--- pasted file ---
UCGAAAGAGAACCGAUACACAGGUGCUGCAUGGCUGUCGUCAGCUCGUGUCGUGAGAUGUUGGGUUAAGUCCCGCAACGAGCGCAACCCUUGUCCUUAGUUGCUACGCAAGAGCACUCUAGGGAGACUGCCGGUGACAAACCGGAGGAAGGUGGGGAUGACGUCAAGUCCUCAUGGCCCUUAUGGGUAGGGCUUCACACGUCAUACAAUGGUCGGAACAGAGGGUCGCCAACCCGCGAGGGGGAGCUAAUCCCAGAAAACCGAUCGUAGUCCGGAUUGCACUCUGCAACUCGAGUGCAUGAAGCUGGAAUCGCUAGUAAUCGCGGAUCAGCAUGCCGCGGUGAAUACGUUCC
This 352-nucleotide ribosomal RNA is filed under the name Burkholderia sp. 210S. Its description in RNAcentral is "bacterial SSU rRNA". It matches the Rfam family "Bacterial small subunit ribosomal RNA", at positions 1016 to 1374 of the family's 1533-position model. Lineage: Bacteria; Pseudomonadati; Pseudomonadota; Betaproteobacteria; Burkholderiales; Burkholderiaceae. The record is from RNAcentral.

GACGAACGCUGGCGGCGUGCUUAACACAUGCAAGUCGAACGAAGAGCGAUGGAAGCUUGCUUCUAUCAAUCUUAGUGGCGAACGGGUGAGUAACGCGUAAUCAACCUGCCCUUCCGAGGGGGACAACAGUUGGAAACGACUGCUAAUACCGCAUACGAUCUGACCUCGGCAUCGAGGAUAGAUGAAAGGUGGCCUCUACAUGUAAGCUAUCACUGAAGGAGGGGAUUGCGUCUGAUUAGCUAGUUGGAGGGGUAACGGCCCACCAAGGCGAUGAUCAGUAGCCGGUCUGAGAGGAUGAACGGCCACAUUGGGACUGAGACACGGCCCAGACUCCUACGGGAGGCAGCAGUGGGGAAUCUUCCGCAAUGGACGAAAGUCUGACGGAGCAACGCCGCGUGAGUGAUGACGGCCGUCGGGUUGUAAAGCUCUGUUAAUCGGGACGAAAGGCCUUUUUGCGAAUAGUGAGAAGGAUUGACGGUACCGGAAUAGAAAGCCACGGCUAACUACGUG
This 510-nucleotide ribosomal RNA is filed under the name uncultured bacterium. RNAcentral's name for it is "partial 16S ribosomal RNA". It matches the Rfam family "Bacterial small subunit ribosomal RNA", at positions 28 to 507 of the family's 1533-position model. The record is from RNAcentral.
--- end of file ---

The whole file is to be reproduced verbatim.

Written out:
UCGAAAGAGAACCGAUACACAGGUGCUGCAUGGCUGUCGUCAGCUCGUGUCGUGAGAUGUUGGGUUAAGUCCCGCAACGAGCGCAACCCUUGUCCUUAGUUGCUACGCAAGAGCACUCUAGGGAGACUGCCGGUGACAAACCGGAGGAAGGUGGGGAUGACGUCAAGUCCUCAUGGCCCUUAUGGGUAGGGCUUCACACGUCAUACAAUGGUCGGAACAGAGGGUCGCCAACCCGCGAGGGGGAGCUAAUCCCAGAAAACCGAUCGUAGUCCGGAUUGCACUCUGCAACUCGAGUGCAUGAAGCUGGAAUCGCUAGUAAUCGCGGAUCAGCAUGCCGCGGUGAAUACGUUCC
This 352-nucleotide ribosomal RNA is filed under the name Burkholderia sp. 210S. Its description in RNAcentral is "bacterial SSU rRNA". It matches the Rfam family "Bacterial small subunit ribosomal RNA", at positions 1016 to 1374 of the family's 1533-position model. Lineage: Bacteria; Pseudomonadati; Pseudomonadota; Betaproteobacteria; Burkholderiales; Burkholderiaceae. The record is from RNAcentral.

GACGAACGCUGGCGGCGUGCUUAACACAUGCAAGUCGAACGAAGAGCGAUGGAAGCUUGCUUCUAUCAAUCUUAGUGGCGAACGGGUGAGUAACGCGUAAUCAACCUGCCCUUCCGAGGGGGACAACAGUUGGAAACGACUGCUAAUACCGCAUACGAUCUGACCUCGGCAUCGAGGAUAGAUGAAAGGUGGCCUCUACAUGUAAGCUAUCACUGAAGGAGGGGAUUGCGUCUGAUUAGCUAGUUGGAGGGGUAACGGCCCACCAAGGCGAUGAUCAGUAGCCGGUCUGAGAGGAUGAACGGCCACAUUGGGACUGAGACACGGCCCAGACUCCUACGGGAGGCAGCAGUGGGGAAUCUUCCGCAAUGGACGAAAGUCUGACGGAGCAACGCCGCGUGAGUGAUGACGGCCGUCGGGUUGUAAAGCUCUGUUAAUCGGGACGAAAGGCCUUUUUGCGAAUAGUGAGAAGGAUUGACGGUACCGGAAUAGAAAGCCACGGCUAACUACGUG
This 510-nucleotide ribosomal RNA is filed under the name uncultured bacterium. RNAcentral's name for it is "partial 16S ribosomal RNA". It matches the Rfam family "Bacterial small subunit ribosomal RNA", at positions 28 to 507 of the family's 1533-position model. The record is from RNAcentral.